Oh, we started thinking about it really early on.  I mean, I can't remember the exact year.  This was a long time ago now.  But from the very first PrepCom.

Michal Onderco:
[affirmative]

Peter Goosen:
We think of this issue.  Obviously South Africa was of interest on the international stage because around about that time before the conference took place, before '95, there was the announcement that South Africa had destroyed a nuclear weapons capability.


Michal Onderco:
Yes.


Peter Goosen:
And it was, I mean it was the first country that voluntarily and unilaterally destroyed such a capability.  That was of course of interest in the NPT context, which made South Africa maybe a little bit more relevant in that context.  So very early on, we are looking at this issue, but we were complete babes in the wood.  And this was the first major conference that all of us that were working on these issue were participating in.  I mean, to be honest, we didn't understand how the conferences worked.  We didn't understand, you know, what was going to happen and that sort of stuff.  All of this we had to learn on the job.

Michal Onderco:
Okay.


Peter Goosen:
And as we were preparing for things and so on, went to a lot of PPNN meetings.

Michal Onderco:
Yes.


Peter Goosen:
Whatever, I can't remember the acronym.  And to just sort of learn this background, get the information and that sort of stuff to be able to understand.  And then we wrote some draft position papers which South Africa could look at in terms of the position that South Africa could adopt on that. One of which was a legal that was done by our legal division.  We have a legal division in the foreign ministry.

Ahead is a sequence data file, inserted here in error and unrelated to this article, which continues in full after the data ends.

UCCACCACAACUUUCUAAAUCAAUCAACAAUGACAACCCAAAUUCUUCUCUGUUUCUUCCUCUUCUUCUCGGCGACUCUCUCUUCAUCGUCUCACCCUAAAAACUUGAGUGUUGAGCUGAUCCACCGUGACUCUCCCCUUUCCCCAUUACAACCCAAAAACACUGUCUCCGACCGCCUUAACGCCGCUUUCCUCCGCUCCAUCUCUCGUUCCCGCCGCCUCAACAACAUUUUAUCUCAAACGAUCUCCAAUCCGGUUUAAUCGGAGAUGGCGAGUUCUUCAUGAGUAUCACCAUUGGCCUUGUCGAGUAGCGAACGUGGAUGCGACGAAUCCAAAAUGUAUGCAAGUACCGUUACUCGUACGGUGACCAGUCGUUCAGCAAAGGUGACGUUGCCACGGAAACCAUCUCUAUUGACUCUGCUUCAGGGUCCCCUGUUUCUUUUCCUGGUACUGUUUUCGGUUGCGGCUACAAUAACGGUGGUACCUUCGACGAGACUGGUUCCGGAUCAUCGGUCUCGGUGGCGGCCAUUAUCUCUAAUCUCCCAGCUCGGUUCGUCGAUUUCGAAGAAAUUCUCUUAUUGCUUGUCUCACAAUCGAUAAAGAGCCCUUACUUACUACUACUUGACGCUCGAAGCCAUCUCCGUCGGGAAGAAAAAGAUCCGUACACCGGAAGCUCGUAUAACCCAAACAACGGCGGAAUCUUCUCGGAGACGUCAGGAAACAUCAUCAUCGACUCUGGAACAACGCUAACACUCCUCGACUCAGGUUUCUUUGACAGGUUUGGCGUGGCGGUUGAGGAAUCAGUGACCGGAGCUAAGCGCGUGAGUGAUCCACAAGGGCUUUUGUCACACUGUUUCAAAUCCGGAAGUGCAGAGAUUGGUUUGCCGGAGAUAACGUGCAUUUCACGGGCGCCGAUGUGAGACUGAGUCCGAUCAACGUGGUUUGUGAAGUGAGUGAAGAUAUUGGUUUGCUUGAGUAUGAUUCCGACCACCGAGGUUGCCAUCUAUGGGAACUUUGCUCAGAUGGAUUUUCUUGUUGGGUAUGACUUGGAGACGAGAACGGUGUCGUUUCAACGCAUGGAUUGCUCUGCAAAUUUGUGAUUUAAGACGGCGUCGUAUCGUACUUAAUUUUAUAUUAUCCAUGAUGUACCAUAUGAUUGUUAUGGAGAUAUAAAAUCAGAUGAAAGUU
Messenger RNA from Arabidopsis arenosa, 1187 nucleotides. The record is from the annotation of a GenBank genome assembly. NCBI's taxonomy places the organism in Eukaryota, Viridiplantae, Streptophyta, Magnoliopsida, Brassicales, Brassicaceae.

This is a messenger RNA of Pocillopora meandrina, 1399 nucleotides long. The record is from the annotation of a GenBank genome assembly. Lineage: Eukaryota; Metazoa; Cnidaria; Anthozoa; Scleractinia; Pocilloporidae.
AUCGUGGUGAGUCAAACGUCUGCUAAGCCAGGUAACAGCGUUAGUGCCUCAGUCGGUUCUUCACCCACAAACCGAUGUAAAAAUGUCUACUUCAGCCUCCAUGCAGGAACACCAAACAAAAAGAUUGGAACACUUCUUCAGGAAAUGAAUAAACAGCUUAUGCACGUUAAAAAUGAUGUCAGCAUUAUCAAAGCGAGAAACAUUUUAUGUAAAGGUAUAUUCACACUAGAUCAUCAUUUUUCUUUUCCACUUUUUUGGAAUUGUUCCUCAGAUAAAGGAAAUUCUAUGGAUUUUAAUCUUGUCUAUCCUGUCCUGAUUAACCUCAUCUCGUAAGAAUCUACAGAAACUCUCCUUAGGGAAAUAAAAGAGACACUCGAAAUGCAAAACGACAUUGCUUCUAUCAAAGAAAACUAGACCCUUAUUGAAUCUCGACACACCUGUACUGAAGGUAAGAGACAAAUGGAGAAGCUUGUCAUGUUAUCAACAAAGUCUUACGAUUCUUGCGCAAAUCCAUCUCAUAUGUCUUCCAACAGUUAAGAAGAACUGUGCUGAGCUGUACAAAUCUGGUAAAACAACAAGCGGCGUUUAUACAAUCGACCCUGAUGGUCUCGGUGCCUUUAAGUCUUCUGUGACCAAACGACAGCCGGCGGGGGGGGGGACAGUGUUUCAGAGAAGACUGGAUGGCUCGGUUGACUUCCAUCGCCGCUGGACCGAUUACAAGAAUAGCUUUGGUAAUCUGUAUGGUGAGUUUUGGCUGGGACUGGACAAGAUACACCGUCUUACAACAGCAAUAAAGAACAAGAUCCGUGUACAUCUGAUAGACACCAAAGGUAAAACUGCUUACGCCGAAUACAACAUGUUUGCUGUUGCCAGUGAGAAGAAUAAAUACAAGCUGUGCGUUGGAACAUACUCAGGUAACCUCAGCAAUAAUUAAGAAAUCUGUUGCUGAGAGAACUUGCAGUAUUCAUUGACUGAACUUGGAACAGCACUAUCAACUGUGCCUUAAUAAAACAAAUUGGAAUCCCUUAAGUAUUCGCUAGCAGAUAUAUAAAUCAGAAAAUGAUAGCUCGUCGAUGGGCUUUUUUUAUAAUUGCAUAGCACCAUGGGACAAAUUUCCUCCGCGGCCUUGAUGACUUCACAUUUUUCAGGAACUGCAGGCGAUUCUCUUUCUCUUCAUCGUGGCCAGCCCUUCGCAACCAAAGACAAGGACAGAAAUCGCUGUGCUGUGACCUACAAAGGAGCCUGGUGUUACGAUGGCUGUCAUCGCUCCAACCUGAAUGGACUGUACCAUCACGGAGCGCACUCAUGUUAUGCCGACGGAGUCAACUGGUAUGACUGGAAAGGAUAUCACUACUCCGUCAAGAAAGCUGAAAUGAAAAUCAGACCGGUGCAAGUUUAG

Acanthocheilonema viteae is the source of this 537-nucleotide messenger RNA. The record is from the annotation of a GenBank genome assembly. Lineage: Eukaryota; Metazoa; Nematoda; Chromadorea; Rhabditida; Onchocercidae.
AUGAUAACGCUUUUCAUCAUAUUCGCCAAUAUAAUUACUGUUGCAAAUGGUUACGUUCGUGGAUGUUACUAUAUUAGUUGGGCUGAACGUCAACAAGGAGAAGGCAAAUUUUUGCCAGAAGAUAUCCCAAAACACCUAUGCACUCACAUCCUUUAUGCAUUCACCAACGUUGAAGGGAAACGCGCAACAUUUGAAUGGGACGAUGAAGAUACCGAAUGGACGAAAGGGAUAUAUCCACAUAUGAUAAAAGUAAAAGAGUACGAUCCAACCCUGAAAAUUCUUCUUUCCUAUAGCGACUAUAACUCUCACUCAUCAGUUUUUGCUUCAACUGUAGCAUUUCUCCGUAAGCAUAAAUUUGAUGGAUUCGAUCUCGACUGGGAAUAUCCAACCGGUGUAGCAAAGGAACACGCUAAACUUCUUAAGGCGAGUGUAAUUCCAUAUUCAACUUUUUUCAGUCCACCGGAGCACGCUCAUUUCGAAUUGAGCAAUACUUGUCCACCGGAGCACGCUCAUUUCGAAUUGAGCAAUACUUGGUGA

Michal Onderco:
Yeah.

Peter Goosen:
Which was a legal opinion on the end of the treaty, I think you might have seen this paper already.  And which contained sort of -

Michal Onderco:
[affirmative]

Peter Goosen:
- a legal analysis of what are the options that you could look at.  And there was one of the documents that we made available to our principals to be able to decide what our policy would be.  So we were doing a lot of work, and we were trying to learn as quickly and as fast as what we could.  But at the same time we were learning on the job.

Michal Onderco:
Yeah.


Peter Goosen:
As you were going along you were learning how this was working, yeah.

Michal Onderco:
But you already alluded to the legal position, but that legal position suggested that the preferred option should be to go for the rolling extension of the treaty.

Peter Goosen:
Yeah.


Michal Onderco:
And if I understand correctly, that was even the position that South Africa advocated as late as the fourth PrepCom.

Peter Goosen: